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Fertility Nutritional Counseling

What is the role of nutrition in fertility?

Diet and nutrition play an important role in the conception and delivery of a healthy baby. A growing unborn child relies on its mother for vitamins, minerals and calories, and the mother requires nutritious food to remain strong and healthy throughout pregnancy. Women and couples struggling with infertility can benefit from dietary changes. A woman’s ability to ovulate is heavily impacted by her body weight. Being both overweight and underweight can have an impact on the ovulation cycle. Women with extremely high or low body fat and weight may stop ovulating and menstruating.

For men, adding antioxidants and other vitamins improves sperm parameters and helps increase sperm health. Men who are either significantly over or under weight may experience a decline in testosterone, a reduced sperm count, as well as a decline in their libido. A healthy range of body fat is between 18 and 25 percent for men, and 25 to 31 percent for women.


The Nurses Health Study found that the women eating just 2 percent of their daily caloric intake in trans fats -- which can increase the risk of heart disease, diabetes, stroke and cholesterol levels -- experienced a significant decrease in infertility. Labels should be read carefully for trans fats and foods containing them should be avoided both before and during pregnancy. Increasing the intake of fruits and vegetables is often recommended for women planning to become pregnant. Also recommended are iron and folic acid, which is a type of B vitamin that helps prevent neurological birth defects that may occur in the first three months of pregnancy.

What is fertility nutritional counseling?

Fertility nutritional counseling is a program designed specifically for women and/or couples who wish to conceive and are looking for nutritional guidance. A fertility nutritional counselor evaluates your overall health, diet, and lifestyle. A step-by-step program will be created after the assessment to support fertility needs. This program may include a nutritional analysis, stress reduction applications, food recipes, nutrition suggestions, a fitness routine, and perhaps nutritional supplement suggestions.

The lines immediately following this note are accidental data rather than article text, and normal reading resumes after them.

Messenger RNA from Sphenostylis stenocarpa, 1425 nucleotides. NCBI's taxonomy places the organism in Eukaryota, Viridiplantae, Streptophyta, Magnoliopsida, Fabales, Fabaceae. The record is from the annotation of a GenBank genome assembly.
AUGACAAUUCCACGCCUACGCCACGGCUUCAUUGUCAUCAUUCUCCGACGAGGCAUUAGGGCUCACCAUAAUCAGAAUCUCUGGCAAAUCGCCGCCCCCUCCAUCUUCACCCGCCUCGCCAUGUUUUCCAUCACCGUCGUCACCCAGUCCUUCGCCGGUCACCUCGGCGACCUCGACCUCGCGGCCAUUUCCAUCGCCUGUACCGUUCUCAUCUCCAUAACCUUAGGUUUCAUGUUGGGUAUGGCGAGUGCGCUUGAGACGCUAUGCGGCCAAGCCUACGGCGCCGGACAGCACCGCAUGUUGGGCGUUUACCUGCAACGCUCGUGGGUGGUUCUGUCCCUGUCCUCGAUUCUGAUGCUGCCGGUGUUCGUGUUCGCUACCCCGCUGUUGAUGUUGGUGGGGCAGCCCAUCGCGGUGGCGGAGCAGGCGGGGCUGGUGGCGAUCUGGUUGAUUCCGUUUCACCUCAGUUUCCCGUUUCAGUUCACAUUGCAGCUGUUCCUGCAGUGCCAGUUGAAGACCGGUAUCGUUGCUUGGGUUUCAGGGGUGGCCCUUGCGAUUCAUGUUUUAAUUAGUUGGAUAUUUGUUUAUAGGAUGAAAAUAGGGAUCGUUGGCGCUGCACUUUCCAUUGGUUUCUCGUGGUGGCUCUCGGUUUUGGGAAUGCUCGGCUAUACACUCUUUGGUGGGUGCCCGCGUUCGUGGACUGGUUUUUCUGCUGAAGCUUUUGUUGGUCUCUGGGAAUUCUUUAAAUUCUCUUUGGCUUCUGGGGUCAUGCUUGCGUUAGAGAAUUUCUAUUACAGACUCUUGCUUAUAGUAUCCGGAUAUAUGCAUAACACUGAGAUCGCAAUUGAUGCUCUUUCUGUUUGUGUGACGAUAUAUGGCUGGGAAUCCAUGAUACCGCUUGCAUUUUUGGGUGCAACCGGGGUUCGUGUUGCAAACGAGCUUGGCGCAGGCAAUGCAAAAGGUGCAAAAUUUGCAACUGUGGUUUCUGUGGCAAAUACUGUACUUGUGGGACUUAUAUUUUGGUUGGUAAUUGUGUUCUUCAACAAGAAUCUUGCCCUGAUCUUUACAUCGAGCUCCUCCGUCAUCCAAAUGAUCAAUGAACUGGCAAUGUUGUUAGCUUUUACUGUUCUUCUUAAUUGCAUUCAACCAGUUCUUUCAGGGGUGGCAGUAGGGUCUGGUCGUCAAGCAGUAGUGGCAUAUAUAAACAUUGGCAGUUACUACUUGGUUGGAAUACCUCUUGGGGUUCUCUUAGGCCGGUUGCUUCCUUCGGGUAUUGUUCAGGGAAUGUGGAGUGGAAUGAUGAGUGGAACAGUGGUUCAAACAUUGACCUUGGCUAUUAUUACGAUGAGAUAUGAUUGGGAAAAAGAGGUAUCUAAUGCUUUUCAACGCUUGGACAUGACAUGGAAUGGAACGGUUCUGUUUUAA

Each session lasts about one hour with your nutritional therapist. Sessions are suggested to be held once a month, beginning six months prior to beginning any fertility treatments. These sessions are available for couples and for individuals.

What are the benefits for nutritional counseling?

  • Learn what fresh whole foods would be most advantageous in preparing your body for conception
  • Learn how to overcome unhealthy habits and cravings
  • Achieve a healthy ideal weight
  • Deal with any chronic health issues including reproductive issues
  • Decide if food based supplementation is right for you
  • Build routine exercise routine
  • Minimize and deal with stress on a day-to-day basis

What foods help increase fertility?

A common saying during pregnancy is that a woman is “eating for two.” However, it is recommended that expectant mothers add only approximately 100 calories to their diet during the first trimester of pregnancy, and about 300 calories during the second and third trimesters. To increase fertility as well as the health of the blood, cells and hormones, certain foods should be increased.

  • Colorful fruits and vegetables: Brightly colored fruits and vegetables, like blueberries, red peppers, and kale are high in nutrients. Two cups of fruit and three cups of vegetables a day are recommended.
  • Omega-3 fatty acids: Omega-3 fatty acids are needed for optimal fertility. Fish is the best source. Women must be careful, however, about mercury toxicity, which can be harmful to a developing fetus. Mercury can linger in a woman's bloodstream for more than a year.
  • Iron: Iron reserves should be increased before a woman becomes pregnant, especially if her periods are particularly heavy. For women who don't eat much red meat or who follow a vegetarian or vegan diet, a multivitamin with iron is suggested.
  • Proteins: The Nurses Health Study found that certain proteins were healthier for pregnant women: A serving of red meat, chicken or turkey once a day, increased risk of infertility for one-third of participants. But when the source of protein came from vegetables, nuts and legumes, infertility rates dropped slightly.
  • Dairy: Women who ate a half cut of ice cream two or more times a week reduced their infertility levels by nearly 40 percent more than women eating ice cream just once a week.
  • The Fertility Diet: Created by Researchers at Harvard’s School of Public Health proposes that women eat a full-fat, lowered carbohydrate, organic diet. It was found that women who did experienced increases in fertility.

What foods may decrease fertility?

  • Caffeine: Caffeine consumption should be eliminated or limited to less than 300 mgs a day or about two eight-ounce mugs of coffee. Some experts suggest cutting out caffeine altogether for those having difficulty conceiving or undergoing in vitro fertilization. There is reasonable data to suggest that even 150 mgs of caffeine increases miscarriages rates
  • Alcohol: Drink alcohol sparingly
  • Listeria: A bacterium that is harmful, particularly to pregnant women. Women trying to conceive should also avoid foods that tend to carry the bacteria because it can cause a miscarriage early in the first trimester. Ready-to-eat meats, soft cheeses, and unpasteurized dairy products can carry Listeria and should be avoided

 



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